Prometheus Global Media, publisher of Billboard, Adweek and The Hollywood Reporter, has quickly named its new CEO. Dottie Mattison [pictured], senior managing director of Guggenheim Partners, which, along with Pluribus Capital, backs Prometheus, has taken the top spot just days after it was announced that previous CEO Richard Beckman stepped down.

That quickness, however, is belied by the fact that Beckman has been at odds with Prometheus leadership over the last year.  His departure was arrived at "by mutual consent," according to an announcement from Prometheus last Friday following a WWD report of his ouster.

"I came to Prometheus with a strategic vision for the company and, having been fortunate to work with a group of talented individuals on these storied brands, I am proud of what we accomplished here over the last two and a half years. I wish them continued success in the future," said Beckman in a prepared statement.

Mattison joined Guggenheim two years ago after serving in several executive roles at Wal-Mart, her latest as senior vice president and general manager of the Apparel Global Merchandising Center—a group that manages cross-category entertainment merchandising.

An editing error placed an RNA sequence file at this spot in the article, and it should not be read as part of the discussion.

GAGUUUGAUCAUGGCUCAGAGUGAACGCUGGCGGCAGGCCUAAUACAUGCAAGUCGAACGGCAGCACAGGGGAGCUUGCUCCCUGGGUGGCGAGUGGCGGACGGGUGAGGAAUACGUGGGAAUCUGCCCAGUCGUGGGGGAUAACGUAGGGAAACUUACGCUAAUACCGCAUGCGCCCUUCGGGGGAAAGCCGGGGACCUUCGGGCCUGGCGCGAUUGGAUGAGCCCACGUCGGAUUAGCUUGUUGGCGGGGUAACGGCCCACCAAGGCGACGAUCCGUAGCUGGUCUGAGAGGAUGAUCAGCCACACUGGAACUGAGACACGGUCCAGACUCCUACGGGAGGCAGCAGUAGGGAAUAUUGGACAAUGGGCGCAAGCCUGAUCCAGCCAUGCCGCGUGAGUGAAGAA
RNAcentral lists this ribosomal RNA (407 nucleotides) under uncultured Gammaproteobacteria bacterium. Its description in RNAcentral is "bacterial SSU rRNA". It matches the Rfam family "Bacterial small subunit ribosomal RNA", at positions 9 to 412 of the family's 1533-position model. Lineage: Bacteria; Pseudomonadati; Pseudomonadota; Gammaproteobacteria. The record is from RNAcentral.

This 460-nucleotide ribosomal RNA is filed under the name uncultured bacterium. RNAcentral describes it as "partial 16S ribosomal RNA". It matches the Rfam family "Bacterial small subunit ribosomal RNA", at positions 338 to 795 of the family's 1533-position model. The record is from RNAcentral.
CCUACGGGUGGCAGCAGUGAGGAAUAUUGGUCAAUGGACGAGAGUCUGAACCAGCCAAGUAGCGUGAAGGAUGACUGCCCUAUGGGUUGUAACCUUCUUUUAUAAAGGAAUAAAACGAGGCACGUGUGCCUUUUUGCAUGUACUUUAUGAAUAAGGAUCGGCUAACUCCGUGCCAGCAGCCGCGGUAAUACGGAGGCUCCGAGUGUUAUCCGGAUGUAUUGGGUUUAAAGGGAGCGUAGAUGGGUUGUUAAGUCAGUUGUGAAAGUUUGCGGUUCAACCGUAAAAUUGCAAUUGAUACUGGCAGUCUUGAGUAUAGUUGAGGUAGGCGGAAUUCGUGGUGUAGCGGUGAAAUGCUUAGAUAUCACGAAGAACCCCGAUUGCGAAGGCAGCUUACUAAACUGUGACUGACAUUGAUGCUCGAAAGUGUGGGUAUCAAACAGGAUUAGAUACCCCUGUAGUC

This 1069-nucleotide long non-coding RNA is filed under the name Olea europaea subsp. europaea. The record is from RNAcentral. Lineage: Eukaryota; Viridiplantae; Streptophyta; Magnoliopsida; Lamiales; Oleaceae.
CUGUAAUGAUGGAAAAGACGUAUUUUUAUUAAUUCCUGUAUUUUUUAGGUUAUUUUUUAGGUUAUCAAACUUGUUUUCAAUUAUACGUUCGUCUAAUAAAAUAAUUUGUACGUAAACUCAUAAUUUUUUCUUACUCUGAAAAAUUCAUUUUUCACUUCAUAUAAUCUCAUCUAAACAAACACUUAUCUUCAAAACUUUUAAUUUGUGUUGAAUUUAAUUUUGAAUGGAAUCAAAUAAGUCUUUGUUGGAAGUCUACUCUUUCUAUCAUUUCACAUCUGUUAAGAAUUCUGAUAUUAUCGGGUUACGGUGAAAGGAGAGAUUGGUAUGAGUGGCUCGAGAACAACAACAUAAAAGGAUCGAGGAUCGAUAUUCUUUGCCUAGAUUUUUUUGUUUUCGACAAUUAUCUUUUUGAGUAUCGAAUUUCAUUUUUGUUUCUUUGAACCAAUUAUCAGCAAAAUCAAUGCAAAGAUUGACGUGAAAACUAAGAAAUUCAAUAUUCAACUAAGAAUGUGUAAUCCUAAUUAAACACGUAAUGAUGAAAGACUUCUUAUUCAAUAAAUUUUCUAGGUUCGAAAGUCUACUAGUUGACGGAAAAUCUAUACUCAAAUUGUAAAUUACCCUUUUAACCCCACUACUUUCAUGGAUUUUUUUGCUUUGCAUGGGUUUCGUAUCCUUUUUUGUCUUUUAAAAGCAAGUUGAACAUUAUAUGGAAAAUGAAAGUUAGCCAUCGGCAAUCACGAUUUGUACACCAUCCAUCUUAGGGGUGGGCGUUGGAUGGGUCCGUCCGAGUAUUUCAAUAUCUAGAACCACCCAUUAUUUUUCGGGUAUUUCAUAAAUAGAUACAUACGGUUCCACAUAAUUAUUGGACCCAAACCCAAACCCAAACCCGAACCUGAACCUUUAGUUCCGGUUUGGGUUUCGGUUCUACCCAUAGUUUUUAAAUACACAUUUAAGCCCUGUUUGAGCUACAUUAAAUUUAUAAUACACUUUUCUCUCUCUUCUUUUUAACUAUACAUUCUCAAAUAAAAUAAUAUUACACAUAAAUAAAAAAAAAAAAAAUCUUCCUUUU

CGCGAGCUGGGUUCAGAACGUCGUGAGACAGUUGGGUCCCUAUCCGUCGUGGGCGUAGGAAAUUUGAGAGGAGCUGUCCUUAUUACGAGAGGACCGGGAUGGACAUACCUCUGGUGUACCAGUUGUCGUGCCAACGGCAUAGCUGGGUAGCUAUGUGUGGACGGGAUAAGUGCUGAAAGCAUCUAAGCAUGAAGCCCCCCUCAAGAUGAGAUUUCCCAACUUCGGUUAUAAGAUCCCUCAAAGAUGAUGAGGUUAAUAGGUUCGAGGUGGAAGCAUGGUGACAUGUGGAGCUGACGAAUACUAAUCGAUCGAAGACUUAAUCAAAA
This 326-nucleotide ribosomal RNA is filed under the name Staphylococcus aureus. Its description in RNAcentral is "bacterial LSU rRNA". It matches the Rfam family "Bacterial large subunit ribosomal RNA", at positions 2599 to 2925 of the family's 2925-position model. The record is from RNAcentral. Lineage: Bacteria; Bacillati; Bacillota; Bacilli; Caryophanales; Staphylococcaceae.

As long ago as August, Beckman was denying rumors of his departure when, at the time, he gave up day-to-day oversight of the company for "brand development" responsibilities.

Beckman had been brought on board in early 2010 from Condé Nast when Prometheus, then called e5 Global Media, bought its brands from Nielsen, and quickly began consumerizing the trade titles, notably hiring Janice Min, and her hefty salary, to head up the Hollywood Reporter. Beckman also hired Michael Wolff as editorial director of Adweek. Wolff left the company in October last year.

Mattison has already appointed Jeffrey Wilbur as CFO. Wilbur previously managed investments for Guggenheim. These two latest executive appointments clearly bring Guggenheim much closer to the day-to-day management of the Prometheus brands, which is not the usual arrangement for media company financial backers, which typically like to form separate executive teams to operate their portfolios.